Ella Goodwin is a Christian girl living with her parents in the rolling hills of Los Angeles in the last year of WWI. Her father is a lawyer, while her mother is a devoted housewife. They are people of great faith, yet that faith is shaken when tragedy strikes. A devastating illness–influenza–comes to the Los Angeles area after causing many deaths worldwide. Ella must strive to put her life back together, all the while holding on to a promise of love sealed by a golden locket so long ago. She must discover for herself that God’s promises hold true in the midst of her ever-changing world.

Liberty’s Promise–progress

I have completed the first chapter of Liberty’s Promise and am writing in the second while I’m also in the editing stage for A Wounded Heart.

I am praying this book will be much smoother in writing than the last.

Will post more as things progress.

Also, backing up my work.  🙂

Pamela

 

Liberty’s Promise

I’ve come up with a sketch of an outline for my fourth book, which will be titled “Liberty’s Promise”, and is set in the period immediately before the American Revolution.  I am thinking it will end with Lexington/Concord.  It represents the two types of ideologies of the conflict: tyranny, both spiritual and physical as represented by the Tory British government, and liberty as represented by the colonials.

The story involves Anna Barton, a young widow and seamstress who lives in a community just outside Boston.  She has a teenage son.  Her neighbor is Caleb Strong, a bachelor carpenter who is interested in marrying her, but Anna is unsure.  He helps her in many ways, including teaching her and her son how to use a rifle for protection.  He expresses interest in apprenticing her son.   At the same time, she is courted by the Reverend Thomas Rockdale, a pastor who represents the Loyalists.  He is the son of an Earl, and his family has money, status, and he personally is attractive and a sought after suitor by many young women.  While seeming to promise Anna a spiritual life as the wife of a pastor, his inner intentions are far different, and he represents the tyranny the Americans will be fighting against.  He is forceful, domineering, and secretly believes that all women are sinful Jezebels trying to deceive men into falling.  He believes all women need to be in subjugation.

One suitor offers a true and steadfast, Christlike love while the other offers duty, obligation without joy, ritualism and legalism.   It represents the struggle, both temporal and spiritual, between freedom of the Spirit and the letter of the Law, in essence, tyranny.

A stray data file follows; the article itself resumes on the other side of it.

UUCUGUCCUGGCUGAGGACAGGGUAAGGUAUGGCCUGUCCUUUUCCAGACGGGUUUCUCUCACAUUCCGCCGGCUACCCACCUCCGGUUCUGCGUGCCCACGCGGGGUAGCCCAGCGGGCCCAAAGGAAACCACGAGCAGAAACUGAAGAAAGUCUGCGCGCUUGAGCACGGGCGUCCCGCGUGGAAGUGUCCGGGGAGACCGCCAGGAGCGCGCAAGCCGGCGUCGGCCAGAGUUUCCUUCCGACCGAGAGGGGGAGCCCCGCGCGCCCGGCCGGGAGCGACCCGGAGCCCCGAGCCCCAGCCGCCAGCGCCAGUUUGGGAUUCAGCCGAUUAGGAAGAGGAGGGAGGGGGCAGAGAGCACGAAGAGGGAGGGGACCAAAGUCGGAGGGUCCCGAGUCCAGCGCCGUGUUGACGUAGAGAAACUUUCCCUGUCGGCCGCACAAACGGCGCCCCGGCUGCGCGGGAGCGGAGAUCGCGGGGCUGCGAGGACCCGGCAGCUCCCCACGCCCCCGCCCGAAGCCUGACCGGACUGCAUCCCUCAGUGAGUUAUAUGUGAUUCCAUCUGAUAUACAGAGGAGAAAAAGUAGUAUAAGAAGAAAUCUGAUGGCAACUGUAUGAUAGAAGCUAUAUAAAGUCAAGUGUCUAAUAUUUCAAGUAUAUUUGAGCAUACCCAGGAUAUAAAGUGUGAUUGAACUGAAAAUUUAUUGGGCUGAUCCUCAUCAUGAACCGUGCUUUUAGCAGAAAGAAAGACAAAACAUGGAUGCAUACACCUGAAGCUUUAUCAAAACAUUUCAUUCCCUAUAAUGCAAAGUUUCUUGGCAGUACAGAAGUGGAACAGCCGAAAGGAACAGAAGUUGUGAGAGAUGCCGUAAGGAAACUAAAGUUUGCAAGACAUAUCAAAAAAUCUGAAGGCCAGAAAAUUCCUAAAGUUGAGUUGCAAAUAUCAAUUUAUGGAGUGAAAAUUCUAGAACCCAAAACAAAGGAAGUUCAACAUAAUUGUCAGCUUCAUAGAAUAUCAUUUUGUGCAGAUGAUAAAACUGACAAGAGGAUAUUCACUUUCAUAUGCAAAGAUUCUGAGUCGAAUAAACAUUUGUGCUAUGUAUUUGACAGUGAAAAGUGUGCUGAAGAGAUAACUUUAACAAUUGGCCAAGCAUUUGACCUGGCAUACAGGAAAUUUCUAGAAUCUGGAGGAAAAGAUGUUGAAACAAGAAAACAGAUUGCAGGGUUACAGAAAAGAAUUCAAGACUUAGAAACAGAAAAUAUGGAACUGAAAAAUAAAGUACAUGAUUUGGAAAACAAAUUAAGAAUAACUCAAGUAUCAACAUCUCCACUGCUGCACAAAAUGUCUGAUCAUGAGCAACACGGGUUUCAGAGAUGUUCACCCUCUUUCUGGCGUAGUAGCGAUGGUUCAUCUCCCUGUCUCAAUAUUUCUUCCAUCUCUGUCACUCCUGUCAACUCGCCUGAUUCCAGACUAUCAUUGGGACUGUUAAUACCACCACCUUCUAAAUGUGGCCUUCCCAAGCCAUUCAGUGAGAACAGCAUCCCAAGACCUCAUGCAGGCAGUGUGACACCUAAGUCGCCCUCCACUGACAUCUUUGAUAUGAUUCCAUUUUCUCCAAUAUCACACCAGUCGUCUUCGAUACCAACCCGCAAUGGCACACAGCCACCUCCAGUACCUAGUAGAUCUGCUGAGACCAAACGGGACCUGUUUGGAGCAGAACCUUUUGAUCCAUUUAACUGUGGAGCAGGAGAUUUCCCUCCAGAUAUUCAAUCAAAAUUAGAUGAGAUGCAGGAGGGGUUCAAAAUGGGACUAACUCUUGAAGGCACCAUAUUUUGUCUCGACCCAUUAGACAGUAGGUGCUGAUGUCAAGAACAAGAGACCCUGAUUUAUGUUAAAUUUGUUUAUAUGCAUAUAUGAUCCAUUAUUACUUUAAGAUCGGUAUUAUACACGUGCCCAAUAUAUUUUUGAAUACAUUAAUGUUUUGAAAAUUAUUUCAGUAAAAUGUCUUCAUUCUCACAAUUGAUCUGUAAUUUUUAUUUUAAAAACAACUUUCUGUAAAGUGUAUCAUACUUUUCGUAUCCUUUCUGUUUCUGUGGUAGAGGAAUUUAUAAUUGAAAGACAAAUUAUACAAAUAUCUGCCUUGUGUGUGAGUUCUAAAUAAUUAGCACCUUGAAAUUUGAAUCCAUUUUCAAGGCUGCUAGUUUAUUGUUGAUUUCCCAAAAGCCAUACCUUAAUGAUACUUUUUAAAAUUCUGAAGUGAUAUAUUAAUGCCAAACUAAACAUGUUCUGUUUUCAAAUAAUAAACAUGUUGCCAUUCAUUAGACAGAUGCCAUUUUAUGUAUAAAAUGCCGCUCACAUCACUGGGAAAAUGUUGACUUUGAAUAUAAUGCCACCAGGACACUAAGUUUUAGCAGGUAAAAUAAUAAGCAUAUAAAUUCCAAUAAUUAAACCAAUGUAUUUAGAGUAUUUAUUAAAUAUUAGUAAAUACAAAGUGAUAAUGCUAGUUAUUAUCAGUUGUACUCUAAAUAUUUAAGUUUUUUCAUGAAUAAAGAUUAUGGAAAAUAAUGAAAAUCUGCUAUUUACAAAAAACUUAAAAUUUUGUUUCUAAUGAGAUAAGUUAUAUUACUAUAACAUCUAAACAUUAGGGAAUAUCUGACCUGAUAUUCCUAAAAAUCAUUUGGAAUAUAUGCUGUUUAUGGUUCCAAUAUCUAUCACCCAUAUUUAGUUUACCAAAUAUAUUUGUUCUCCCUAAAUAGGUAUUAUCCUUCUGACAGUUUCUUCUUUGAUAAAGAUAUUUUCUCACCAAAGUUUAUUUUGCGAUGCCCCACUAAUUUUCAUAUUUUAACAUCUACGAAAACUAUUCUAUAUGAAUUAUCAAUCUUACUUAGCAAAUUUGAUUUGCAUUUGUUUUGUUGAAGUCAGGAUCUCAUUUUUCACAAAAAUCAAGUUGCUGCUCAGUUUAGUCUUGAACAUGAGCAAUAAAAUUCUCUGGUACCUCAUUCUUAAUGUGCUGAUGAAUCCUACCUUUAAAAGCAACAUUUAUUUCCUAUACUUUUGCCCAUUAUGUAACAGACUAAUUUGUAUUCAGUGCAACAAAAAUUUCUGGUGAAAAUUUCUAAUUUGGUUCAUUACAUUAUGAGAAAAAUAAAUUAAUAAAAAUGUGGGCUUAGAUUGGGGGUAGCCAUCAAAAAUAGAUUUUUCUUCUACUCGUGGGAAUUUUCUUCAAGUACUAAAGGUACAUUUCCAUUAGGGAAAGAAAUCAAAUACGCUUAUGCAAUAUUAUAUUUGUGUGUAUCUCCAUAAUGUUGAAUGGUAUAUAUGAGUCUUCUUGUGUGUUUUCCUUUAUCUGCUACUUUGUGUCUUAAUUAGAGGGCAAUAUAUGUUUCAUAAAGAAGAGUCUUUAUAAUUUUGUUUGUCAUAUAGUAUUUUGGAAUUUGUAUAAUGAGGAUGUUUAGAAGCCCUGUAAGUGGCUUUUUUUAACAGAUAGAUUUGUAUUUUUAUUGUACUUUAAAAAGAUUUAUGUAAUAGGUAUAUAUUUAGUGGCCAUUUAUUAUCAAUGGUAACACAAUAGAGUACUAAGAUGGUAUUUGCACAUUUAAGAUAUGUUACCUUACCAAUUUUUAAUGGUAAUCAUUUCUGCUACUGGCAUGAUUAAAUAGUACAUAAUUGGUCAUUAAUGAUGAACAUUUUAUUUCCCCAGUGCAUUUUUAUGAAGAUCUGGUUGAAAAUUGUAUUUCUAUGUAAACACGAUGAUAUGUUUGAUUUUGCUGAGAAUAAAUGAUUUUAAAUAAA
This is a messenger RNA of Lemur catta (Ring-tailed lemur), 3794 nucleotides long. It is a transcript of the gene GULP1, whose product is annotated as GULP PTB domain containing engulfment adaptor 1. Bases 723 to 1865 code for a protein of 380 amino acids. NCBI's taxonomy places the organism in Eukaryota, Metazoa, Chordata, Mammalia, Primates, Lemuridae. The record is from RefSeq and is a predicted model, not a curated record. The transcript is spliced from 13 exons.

The Locket

I got the release to publish my book, the Locket, so as soon as I have that proofread and readied, it will be available on Amazon/Kindle.

The Locket is about a young Christian girl, Ella Goodwin, who lives in central LA with her lawyer father and mother in 1918 when the Spanish flu epidemic hits.  Her family goes through tragedy, but she remains strong through her faith, through the Word, and the example of her faithful father, all the while holding on to a promise of love given to her many years before.

As a child, Ella and her friends went through a mock wedding, where she was married to the friend’s brother, David Prince.  David gives her a golden locket (in lieu of a wedding ring) with his picture which she holds on to throughout the years.  Ella comes to realize that she loves David, but is holding out for a marriage based on faith.

I’m really excited now because this was my first book, and I may have the opportunity to talk to church ladies about my writing also.

And, I am putting together an outline of my next novel, which will be set during the Revolutionary War period.

 

Shaking Off the Chains of Tyranny

I love the video “God in America” by Carman.  It shows the Christian roots of those that fought for us to be a free country.  In one line, Carman says they sited 27 biblical violations.

Though Great Britain saw itself as the ruler of the colonies, the colonists saw them as tyrants, abusing their authority over them, and abrogating their rights as Englishmen.  So the colonists did what they had to–they shook off the chains of tyranny.

God never intended that people in authority should abuse their power.  Yes it happened, because people tend to forget that God has eyes everywhere.

I’m working on the synopsis for a new novel about the American Revolution.  Anna Barton is a widow on the eve of the Revolution who is torn between two men.   Caleb Strong is a carpenter, who though not handsome, and seemingly ordinary, has a strong heart and a spiritual strength that belie his outward appearance.  Thomas Rockdale on the other hand, has a lot of assets: power, status, great looks, a strong physique and money.  Yet he is a domineering man, and in his heart everything Britain represents–the tyranny of abuse of authority.  He wants to marry Anna and make her a servile wife, but Anna resists his attempts to force his attentions on her.   He is a deceitful cad underneath it all.

The novel with deal with questions of authority, love, the power of the Spirit, and biblical ideas of marriage.